“Microsoft’s offer to help came on Saturday when Sam Ramji, director of the company’s open-source lab, posted an open letter on a blog used by Mozilla developers. Microsoft offered to open up a new open-source facility at its headquarters in Redmond, Wash., to Mozilla software engineers, including giving them one-on-one time with Microsoft workers. The offer includes help with Mozilla’s Thunderbird e-mail client.”

        2. I use Safari for personal stuff, Firefox for work stuff (just to keep a firm line drawn), and FF is the #1 reason my machine gets slow. Usually because its hogging CPU (presumably a thread gone astray), but sometimes because its using several GB of RAM, forcing lots of page-swapping. I’ve been debating switching to Safari-only, separation be damned.

          Is it a coincidence that “open source” rhymes with “open sores”? I’ve always found the former to be painful….thankfully never had the latter.

          1. Open source has benefits! 😀 Open source has deficits. 😥

            I’ve been sort of involved with the Gnu Privacy Guard project on the side lines and it has been interesting to watch. GPG provides some wonderful security capabilities to OS X for free that would not exist without it. You’d think Apple would notice and work with them in a symbiotic manner. But that’s not the case. So GPG gets broken A LOT because Apple changes OS X over time, forcing the kind and devoted GPG writers to catch up and compensate, which takes A LOT of time and patience, all given freely. As a GPG user, that gets very frustrating. On the other hand, it’s pointless to complain, knowing all of the above. Therefore, instead I like to cheer them on and write up happy, smiley, shiny reviews of GPG on occasion, as I did last week at my Mac-Security blog, accessible by clicking on my avatar. 😉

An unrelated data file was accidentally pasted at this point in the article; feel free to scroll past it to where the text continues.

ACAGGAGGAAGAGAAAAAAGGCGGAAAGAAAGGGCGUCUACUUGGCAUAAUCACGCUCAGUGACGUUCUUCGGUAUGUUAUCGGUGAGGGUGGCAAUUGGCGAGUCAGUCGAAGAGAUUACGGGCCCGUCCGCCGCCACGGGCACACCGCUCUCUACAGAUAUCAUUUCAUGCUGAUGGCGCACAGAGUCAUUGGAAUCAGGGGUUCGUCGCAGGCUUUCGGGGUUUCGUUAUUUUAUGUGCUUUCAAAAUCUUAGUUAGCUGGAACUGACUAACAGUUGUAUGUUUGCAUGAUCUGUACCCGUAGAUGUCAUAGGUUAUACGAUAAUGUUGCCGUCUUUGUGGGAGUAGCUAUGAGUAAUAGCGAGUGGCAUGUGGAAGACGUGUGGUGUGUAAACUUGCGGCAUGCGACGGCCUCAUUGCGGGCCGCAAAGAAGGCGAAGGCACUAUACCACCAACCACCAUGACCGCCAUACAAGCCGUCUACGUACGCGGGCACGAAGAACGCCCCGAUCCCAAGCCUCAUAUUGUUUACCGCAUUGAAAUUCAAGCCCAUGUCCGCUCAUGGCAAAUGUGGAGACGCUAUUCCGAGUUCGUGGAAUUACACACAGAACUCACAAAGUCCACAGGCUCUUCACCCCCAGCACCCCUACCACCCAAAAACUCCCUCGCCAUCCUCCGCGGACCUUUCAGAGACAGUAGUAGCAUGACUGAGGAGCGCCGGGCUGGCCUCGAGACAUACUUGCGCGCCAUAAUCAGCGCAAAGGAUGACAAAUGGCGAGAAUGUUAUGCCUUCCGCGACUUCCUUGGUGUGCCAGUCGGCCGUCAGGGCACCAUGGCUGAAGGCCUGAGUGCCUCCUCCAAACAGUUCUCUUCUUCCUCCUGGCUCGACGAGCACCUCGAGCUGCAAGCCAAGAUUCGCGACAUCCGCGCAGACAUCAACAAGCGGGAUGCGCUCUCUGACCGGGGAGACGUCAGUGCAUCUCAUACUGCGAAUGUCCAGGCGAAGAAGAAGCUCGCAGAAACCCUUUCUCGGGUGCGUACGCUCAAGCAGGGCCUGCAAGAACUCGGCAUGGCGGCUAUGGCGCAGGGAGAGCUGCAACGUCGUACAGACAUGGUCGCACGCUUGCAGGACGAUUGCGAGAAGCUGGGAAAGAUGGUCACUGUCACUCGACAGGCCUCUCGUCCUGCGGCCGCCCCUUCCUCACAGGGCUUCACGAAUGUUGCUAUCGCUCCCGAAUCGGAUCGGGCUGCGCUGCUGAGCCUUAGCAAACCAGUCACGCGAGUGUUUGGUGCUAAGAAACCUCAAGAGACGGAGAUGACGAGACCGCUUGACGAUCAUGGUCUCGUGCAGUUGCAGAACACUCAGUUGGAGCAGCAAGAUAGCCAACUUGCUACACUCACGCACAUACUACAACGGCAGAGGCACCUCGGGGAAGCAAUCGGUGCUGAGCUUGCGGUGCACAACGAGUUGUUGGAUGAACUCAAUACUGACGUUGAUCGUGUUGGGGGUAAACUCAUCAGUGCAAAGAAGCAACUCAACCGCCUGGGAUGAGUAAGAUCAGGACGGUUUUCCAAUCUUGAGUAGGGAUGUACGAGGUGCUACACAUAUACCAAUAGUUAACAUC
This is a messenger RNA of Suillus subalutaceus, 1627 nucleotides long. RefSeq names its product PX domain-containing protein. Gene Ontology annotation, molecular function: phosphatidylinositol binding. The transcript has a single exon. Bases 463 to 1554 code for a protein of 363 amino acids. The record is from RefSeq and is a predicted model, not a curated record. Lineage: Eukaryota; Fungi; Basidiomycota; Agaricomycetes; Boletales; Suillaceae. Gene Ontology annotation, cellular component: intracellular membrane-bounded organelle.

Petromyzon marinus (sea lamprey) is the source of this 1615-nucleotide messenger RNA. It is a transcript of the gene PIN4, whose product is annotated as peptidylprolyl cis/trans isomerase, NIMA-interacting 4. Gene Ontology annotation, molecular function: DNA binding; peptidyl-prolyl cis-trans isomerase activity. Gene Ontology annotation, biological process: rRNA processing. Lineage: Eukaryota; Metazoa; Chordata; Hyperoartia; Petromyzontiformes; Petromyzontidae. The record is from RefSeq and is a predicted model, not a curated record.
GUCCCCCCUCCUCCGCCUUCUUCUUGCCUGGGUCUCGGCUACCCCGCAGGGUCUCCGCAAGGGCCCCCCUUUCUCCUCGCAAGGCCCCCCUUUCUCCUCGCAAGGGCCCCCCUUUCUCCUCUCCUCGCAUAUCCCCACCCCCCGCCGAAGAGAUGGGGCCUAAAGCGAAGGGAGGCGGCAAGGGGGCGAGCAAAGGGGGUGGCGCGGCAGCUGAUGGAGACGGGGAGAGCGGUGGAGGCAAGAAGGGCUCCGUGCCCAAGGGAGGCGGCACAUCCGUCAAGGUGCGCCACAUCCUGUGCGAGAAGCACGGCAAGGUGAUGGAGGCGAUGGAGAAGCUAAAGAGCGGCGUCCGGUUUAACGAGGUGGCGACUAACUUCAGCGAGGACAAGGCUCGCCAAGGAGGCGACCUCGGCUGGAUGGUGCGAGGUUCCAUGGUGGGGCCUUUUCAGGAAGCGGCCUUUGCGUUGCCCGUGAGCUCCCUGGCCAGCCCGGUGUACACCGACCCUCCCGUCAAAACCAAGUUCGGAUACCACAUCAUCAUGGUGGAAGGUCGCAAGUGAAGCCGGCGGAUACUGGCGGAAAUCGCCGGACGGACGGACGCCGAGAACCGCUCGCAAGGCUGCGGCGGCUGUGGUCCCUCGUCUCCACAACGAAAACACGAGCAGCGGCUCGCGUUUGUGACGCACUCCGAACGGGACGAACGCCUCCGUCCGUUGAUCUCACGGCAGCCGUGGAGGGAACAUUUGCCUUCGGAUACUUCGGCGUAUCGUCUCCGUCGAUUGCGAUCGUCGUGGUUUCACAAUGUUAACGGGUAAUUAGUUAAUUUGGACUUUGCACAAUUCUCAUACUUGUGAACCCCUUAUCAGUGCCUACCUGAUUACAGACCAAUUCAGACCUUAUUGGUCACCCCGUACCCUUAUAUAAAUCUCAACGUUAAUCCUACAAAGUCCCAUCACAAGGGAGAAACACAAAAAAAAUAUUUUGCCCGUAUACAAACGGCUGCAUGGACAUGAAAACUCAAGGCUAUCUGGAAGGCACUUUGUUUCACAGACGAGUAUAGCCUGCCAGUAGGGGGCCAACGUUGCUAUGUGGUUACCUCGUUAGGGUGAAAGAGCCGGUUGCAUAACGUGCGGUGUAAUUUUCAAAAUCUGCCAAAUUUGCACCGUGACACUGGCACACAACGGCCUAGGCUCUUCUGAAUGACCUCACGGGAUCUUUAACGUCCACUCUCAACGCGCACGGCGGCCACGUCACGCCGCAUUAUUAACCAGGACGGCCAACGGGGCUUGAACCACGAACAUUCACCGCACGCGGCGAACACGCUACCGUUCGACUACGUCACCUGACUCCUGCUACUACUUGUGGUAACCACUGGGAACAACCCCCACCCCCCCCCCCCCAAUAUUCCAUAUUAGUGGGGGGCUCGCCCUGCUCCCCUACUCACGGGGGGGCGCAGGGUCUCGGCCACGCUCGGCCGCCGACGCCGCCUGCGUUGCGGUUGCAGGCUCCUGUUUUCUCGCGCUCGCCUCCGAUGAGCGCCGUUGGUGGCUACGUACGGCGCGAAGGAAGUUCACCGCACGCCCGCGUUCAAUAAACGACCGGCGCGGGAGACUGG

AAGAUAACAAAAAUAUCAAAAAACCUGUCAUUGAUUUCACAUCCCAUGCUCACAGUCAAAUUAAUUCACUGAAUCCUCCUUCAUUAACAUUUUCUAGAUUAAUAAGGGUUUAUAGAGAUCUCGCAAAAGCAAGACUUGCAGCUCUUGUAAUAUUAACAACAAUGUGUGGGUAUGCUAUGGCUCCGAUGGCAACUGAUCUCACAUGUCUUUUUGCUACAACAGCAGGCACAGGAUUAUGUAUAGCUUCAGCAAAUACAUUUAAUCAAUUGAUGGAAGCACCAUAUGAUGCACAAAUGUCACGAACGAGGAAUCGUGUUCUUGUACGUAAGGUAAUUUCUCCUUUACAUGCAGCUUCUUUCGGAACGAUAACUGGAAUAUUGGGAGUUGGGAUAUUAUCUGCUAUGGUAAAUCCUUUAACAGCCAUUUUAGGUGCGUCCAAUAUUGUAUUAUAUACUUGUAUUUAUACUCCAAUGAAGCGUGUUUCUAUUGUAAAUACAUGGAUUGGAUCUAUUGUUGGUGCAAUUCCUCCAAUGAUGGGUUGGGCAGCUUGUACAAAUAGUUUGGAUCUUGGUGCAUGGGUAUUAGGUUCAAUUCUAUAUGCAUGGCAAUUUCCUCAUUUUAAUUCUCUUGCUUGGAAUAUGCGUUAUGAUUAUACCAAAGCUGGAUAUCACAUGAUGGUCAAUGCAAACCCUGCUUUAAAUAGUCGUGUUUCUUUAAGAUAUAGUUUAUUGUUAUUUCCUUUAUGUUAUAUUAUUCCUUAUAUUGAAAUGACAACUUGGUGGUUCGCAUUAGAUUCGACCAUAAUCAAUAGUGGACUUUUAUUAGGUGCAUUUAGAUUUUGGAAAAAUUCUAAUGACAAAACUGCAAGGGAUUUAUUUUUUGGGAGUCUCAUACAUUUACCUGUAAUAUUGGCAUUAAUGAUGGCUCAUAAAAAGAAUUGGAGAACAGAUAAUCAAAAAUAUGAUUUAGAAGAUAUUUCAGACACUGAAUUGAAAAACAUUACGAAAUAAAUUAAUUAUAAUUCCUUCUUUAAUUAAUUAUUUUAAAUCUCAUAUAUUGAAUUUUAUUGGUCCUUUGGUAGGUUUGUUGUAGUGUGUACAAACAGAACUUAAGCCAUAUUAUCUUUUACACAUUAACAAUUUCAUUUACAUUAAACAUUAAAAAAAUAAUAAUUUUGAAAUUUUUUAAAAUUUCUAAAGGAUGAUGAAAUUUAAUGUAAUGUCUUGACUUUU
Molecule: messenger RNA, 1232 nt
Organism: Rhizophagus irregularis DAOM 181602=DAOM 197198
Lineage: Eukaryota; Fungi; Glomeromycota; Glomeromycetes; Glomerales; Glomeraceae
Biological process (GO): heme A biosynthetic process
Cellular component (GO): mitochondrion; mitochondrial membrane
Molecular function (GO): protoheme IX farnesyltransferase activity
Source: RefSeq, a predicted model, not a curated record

1. You use FireFox Derek.
              The memory leak claim to Safari is believed to actually being caused by your Firefox.

              Give Safari a fair shake by doing a clean install of OSX 10.8.3 and avoid installing FireFox.
              Then enjoy Safari once again.

              It is you who start the insults believing your sarcastic remarks somehow is a positive influence.

              No worries here if you wish to continue the thread or not. There are others who may read.

              – until next thread, Derek

            2. I am always in play mode; acting with in character. I take nothing too seriously. Specially here. Comments, opinions, sarcasm, nasty words… if that is where you fall – all others win.

              Again Derek – you are an intelligent guy, yet you use your super hero powers for the underground. Still, I encourage you to keep on computing happily as a Mac enthusiast.

              And thanks for nailing those Safari bugs, Apple is better off you came to their aid.

      2. Maybe you need to upgrade from that G3 iMac then. I’ve never had that issue with Safari. As a matter of fact it works better than Firefox, Chrome or Opera for me.

        1. So you assume they’re not a power user because they don’t have issues with Safari? I’m more inclined to think you aren’t the power user if you can’t get the most out of your set-up.

          1. Yes, I am assuming that and I also assume you’re writing this stuff just to get someone upset. FAIL. Sorry.

            Most problems with software these days are related to poor memory management. It’s inherent in the old coding languages we still use today. When C is abolished forever, I’ll take another look and see how we’re doing.

            1. Safari only allows Java. It contains NO Java. Safari is written in Objective C, not C++. This is, as I’ve stated several times, all about memory management. Go read about pointers, go read about buffer overflows, go read about the #1 cause of both security flaws and application stalling and application crashing: Bad memory management.